Dan Roam, the author of a business book called “Back Of The Napkin,” wrote a second book called “Blah-Blah-Blah.” Though the title doesn’t suggest it, the book is about effective communication using a combination of verbal and visual methods and how to link the two. This is an integral part of the digital whiteboard lecture experience, so it’s worth looking at what Mr. Roam has to say.
What we’re ultimately trying to do is help our students create connections and find relationships. Sometimes these relationships are hard for the student to create on their own, so they need assistance from the teacher. Dan Roam shows us how to depict various relationships pictorially. Pictures alone often aren’t enough. They do warrant explanation.
We’re told that we are either visual or verbal learners, but the truth is most of us are probably a hybrid of the two. The verbal aspect (anthropomorphized as a fox in the book) relies on linear and logical structure. The visual aspect (depicted as a hummingbird) is more free-form, making non-linear leaps and connections. Pairing the two successfully increases the likelihood that everyone will understand the material presented. This pairing is what Mr. Roam calls VI-sual V-erbal InterDependent (VIVID) thinking.
Most of us are fairly comfortable with words (as we’ve been using them within bullet points on slides for years and years) but we’ve neglected the visual skills since 3rd grade. We are familiar with verbal grammar: nouns, verbs, adjectives, etc. The book supplies the tools to translate between verbal grammar to pictorial representations: vivid grammar.
I think the best way to do this is to step through an example. Since I’m creating my spider bites video, I’ll use this as an example.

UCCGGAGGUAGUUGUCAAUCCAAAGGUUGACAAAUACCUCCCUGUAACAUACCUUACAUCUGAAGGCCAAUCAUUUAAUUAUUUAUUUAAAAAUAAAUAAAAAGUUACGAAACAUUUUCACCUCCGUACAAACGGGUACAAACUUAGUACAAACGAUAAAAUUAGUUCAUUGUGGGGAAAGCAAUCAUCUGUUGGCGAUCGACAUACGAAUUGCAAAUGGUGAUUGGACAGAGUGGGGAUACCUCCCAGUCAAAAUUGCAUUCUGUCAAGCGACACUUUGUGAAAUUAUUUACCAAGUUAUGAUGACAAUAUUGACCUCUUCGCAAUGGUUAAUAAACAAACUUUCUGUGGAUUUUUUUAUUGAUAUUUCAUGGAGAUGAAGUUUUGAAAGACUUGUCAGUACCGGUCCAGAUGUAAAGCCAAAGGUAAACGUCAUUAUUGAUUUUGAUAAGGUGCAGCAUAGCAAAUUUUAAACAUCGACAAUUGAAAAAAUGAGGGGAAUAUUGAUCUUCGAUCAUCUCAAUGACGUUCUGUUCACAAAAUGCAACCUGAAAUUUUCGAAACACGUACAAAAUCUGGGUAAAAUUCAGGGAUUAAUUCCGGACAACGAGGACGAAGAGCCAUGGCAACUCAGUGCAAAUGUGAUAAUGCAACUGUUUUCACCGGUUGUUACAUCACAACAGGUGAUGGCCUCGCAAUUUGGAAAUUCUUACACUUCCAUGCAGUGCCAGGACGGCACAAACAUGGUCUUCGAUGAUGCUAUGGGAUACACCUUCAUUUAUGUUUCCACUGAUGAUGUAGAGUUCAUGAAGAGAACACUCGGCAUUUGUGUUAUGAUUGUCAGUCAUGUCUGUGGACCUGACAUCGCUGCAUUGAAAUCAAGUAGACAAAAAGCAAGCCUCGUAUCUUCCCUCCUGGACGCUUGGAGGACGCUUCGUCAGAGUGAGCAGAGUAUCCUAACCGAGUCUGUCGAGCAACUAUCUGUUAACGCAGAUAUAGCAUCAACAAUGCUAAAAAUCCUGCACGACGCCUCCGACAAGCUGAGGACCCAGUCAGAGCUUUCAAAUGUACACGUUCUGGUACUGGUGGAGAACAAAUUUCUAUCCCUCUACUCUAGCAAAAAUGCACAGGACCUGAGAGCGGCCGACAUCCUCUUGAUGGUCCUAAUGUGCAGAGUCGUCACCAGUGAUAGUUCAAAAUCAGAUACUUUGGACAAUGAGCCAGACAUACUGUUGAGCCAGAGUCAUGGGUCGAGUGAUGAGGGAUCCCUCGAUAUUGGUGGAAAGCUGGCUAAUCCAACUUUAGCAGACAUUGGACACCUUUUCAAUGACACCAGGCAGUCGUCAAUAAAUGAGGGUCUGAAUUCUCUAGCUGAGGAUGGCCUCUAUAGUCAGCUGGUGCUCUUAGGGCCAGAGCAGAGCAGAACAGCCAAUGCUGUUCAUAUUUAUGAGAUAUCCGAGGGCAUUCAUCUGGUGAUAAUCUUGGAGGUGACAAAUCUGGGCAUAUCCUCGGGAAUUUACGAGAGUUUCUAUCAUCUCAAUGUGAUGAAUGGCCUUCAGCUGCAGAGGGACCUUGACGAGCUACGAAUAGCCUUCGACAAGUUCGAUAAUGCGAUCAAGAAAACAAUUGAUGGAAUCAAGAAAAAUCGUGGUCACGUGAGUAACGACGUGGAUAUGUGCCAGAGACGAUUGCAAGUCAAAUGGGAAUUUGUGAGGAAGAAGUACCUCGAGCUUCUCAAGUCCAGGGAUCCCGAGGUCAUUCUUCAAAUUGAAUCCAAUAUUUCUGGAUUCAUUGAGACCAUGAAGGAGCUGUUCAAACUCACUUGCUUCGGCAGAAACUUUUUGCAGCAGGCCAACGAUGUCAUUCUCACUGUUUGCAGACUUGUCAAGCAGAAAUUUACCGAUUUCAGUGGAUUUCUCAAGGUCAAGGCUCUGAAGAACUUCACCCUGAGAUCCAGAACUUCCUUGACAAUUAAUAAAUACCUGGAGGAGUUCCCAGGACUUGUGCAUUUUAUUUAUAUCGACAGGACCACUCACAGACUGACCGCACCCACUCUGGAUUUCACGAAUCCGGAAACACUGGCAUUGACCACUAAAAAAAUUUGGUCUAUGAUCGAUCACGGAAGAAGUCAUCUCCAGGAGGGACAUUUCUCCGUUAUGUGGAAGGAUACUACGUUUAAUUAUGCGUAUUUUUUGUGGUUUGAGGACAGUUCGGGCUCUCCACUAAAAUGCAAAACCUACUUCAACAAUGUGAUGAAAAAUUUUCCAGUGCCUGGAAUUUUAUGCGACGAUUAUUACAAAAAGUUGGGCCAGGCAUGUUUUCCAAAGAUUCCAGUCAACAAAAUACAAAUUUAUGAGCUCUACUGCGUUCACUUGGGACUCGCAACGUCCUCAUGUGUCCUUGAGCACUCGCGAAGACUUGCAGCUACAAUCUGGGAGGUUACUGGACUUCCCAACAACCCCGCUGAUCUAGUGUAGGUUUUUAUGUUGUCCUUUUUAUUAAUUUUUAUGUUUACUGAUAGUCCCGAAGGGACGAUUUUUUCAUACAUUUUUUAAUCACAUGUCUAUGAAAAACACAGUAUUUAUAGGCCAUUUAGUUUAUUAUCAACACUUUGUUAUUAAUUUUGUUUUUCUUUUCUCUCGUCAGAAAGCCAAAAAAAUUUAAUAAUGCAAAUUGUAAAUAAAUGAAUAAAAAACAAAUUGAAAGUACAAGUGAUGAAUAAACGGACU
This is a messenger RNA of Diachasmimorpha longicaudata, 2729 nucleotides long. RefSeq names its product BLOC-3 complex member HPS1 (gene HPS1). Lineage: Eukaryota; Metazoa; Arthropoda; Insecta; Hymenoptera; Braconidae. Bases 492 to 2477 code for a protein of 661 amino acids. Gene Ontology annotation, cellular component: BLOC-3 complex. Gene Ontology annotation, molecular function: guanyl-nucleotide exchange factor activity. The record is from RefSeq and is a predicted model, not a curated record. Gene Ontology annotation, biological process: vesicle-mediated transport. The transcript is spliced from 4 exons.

Nouns and Adjectives (“What?”)
Nouns should be easy to depict with a picture. You don’t have to be able to draw well, just do your best attempt at a stick figure. If you have no idea where to start, you can search for images of your item and “cartoon” in a search engine for ideas.
Here’s an example of my black widow spider. It’s nothing special. Descriptors of nouns (adjectives) can also be included in this picture. For example, for black widow spiders it’s only the females that are poisonous due to their long fangs. So here I drew eyelashes on the spider and long fangs. Now without an explanation, this anthropomorphization of the spider may not make sense. However once you know that it’s the long-fanged females that are able to penetrate deep enough to deliver the venom, this picture will always be associated with that meaning.
Numerical Relationships (“How much?”)
Explanations of comparisons of value are best done with graphs. This is obvious as we use this often in our texts. Drawing a bar graphs isn’t difficult either. I don’t think this fact is important enough to include in my video, but if I wanted to depict how many different kinds of spiders there are compared to the number of ants, I could use a bar graph.
Temporal Relationships (“When?”)
Temporal changes are depicted best by a time line. For example the progression of symptoms from a bite by a brown recluse spider progresses from a painless bite initially, then turns into a Bull’s Eye lesion 2 to 8 hours later. It has an erythematous center, an indurated ring and an outer cyanotic circle. Finally 5 to 7 days later, an eschar forms.
The grammatical construct he associates with this is tense.
To describe where things are in relation to others, you use a map. For instance, you could use a map of the US to show where the killer bees live.
Descriptions of how things happen (verbs) are described via a flow chart. We’ve seen many of these. Think of the ACLS guidelines flow charts. Or the management of suspected PE.
More complex relationships can be depicted via a multivariate plot. This is the “why” question.
I could go on, but it’s probably better to read it from Mr. Roam himself. I’m going to try out some of these ideas. Check out the book and if you have any questions put them in the comments.